Charlotte Injury Lawyer Matt Arnold answers the question: “What if I am unable to work following the accident? Will I be able to recover my lost wages?”
The family of an actor who died earlier this summer after he was crushed to death by his 2015 Jeep Grand Cherokee has filed a lawsuit against Fiat Chrysler, accusing the company of negligence and suing for harm related to the defective automobile.
The case is like many others involving defective products that injure or kill unsuspecting consumers, but is different in that the victim is so high profile. The fact that Anton Yelchin appeared in blockbuster movies, like Star Trek, makes this case much more visible than most other product liability cases where victims are unknown and suffer harm outside of the media glare. The hope, among many consumer safety advocates, is that the visibility increases the pressure on Fiat Chrysler and forces action to fix a problem that’s killed one person so far and injured dozens of others.
The issue that impacted Anton’s Jeep is the same problem that affects more than 1.1 million other Chrysler, Jeep and Dodge vehicles. According to consumer safety advocates, the Jeeps, and many others vehicles, have been shown to have a rollaway problem linked to the gear shifter. The shifter does not slide up and down in the way that normal automatic shifters do, but instead moves back and forward while changing gears, returning to rest in the center position after each shift.
This design element has served as the basis for many complaints filed with the National Highway Traffic Safety Administration. According to the NHTSA, the design of the Monostable shifter is not intuitive and it provides poor visual and tactile feedback to the driver. Additionally, the NHTSA says the design of the shift increases the risk that an unintended gear is selected, something that accident investigators believe happened here. Anton was found dead after his car rolled backward, pinning him against a wall.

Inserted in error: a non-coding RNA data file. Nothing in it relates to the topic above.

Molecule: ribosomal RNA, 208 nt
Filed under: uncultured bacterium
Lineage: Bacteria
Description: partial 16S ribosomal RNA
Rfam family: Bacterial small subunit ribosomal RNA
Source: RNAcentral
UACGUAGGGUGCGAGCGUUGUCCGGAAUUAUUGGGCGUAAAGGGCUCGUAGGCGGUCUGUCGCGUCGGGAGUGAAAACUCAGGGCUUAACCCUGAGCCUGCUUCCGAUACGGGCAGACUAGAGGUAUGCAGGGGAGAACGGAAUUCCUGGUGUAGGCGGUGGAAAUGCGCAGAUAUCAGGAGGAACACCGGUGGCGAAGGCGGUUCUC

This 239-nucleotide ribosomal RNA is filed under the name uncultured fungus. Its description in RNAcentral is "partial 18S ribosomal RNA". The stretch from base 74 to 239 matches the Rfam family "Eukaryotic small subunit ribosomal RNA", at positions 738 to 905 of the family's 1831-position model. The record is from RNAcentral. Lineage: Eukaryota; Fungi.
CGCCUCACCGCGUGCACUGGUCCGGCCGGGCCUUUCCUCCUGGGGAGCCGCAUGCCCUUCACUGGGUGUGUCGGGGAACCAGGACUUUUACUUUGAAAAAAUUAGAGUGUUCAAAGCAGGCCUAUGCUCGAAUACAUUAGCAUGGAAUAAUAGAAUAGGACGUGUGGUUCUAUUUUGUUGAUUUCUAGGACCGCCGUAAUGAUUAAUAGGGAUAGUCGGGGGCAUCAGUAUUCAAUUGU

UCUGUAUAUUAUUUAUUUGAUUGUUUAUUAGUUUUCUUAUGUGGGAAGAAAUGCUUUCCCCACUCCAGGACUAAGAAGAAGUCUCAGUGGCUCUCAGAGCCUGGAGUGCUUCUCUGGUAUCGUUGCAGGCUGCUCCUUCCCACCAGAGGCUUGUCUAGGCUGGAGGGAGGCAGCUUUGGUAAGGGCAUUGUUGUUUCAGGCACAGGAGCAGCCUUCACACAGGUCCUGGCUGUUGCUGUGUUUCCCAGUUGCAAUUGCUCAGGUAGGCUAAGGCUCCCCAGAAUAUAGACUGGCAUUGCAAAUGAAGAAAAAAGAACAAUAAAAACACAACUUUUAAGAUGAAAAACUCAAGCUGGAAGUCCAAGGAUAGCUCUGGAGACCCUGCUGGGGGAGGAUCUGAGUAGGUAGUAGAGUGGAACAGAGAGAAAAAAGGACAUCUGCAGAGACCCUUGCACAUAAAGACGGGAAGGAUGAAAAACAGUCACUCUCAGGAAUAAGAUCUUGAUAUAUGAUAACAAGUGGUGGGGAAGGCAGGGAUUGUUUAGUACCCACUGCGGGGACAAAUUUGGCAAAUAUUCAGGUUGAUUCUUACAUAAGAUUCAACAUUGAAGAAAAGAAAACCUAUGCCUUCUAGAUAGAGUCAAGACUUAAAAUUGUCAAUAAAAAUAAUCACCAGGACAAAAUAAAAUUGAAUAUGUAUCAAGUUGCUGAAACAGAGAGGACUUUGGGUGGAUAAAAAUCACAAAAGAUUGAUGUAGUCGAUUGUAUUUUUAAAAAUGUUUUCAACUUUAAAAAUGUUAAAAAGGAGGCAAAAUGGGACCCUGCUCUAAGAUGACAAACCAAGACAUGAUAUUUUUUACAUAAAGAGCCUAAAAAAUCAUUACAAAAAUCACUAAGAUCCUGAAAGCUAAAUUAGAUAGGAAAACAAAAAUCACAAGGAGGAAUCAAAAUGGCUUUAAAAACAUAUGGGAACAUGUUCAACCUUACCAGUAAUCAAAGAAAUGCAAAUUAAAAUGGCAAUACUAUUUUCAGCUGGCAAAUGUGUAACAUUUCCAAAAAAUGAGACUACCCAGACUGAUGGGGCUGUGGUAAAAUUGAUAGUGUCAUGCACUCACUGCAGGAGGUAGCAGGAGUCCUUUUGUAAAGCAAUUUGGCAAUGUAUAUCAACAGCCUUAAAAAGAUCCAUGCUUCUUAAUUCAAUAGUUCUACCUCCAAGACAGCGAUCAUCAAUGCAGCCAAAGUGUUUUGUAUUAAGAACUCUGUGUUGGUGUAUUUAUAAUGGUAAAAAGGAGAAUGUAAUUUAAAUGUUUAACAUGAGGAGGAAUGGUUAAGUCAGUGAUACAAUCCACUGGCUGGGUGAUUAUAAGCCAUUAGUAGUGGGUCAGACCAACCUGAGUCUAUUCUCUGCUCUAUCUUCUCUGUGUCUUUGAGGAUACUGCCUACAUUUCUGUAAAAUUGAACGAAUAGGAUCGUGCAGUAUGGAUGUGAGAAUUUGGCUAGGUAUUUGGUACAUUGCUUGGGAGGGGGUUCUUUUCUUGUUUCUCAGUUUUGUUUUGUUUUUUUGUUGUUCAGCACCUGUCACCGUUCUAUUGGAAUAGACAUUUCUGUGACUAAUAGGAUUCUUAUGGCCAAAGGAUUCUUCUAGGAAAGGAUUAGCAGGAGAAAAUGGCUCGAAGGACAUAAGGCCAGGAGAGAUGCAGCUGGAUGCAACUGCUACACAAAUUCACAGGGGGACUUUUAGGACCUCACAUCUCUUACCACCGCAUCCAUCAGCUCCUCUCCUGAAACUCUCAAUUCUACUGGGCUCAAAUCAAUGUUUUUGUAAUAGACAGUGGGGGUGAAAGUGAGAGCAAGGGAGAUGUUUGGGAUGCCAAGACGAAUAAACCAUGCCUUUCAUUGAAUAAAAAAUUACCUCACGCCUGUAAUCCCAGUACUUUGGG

Interestingly, Jeeps aren’t the only vehicles with similar shifters. The Audi A8 uses something similar, but includes an additional safety feature to avoid potential harm. If the vehicle believes the driver is exiting the car without putting it into park, a safety feature automatically activates the electronic parking brake, ensuring a rollaway doesn’t occur. In the case of the Jeep, no such automatic feature exists.
The problem is a serious one and led not only to the death of Anton, but to injuries of 68 others. In addition, 266 vehicles were involved in crashes related to this issue and 308 people reported incidents of property damage. Despite the mounting evidence of a defective device, the automaker has said only that rollaways occur because drivers mistakenly fail to put the vehicle into park and don’t set the emergency brake. Anton’s family clearly believes the problem lies with Chrysler, not the driver, and intend to use their wrongful death complaint to demonstrate this.
Given these troubles, Fiat Chrysler announced a major recall earlier this year. The company has since been working on software updates to remedy the problem, so far projecting that the fix could be accomplished later in 2016. In the meantime, owners of millions of cars and trucks are stuck waiting to solve a problem that could endanger their lives and those around them.
If you or someone close to you has been injured, contact an experienced personal injury attorney today who can help you receive the compensation to which you may be entitled. Contact Arnold & Smith, PLLC for a free consultation, call at 704-370-2828 or click here for additional resources.
About the Author
Mr. Arnold was raised in Charlotte, where he graduated from Providence Senior High School. He attended Belmont Abbey College, where he graduated cum laude, before attending law school at the University of North Carolina at Chapel Hill on a full academic scholarship.
A board-certified specialist in the practice of Family Law, Mr. Arnold is admitted to practice in all state courts in North Carolina, in the United States Federal Court for the Western District of North Carolina, in the North Carolina Court of Appeals and Supreme Court, and in the Fourth Circuit United States Court of Appeals in Richmond, Virginia.
In his free time, Mr. Arnold enjoys golfing and spending time with his wife and three children.
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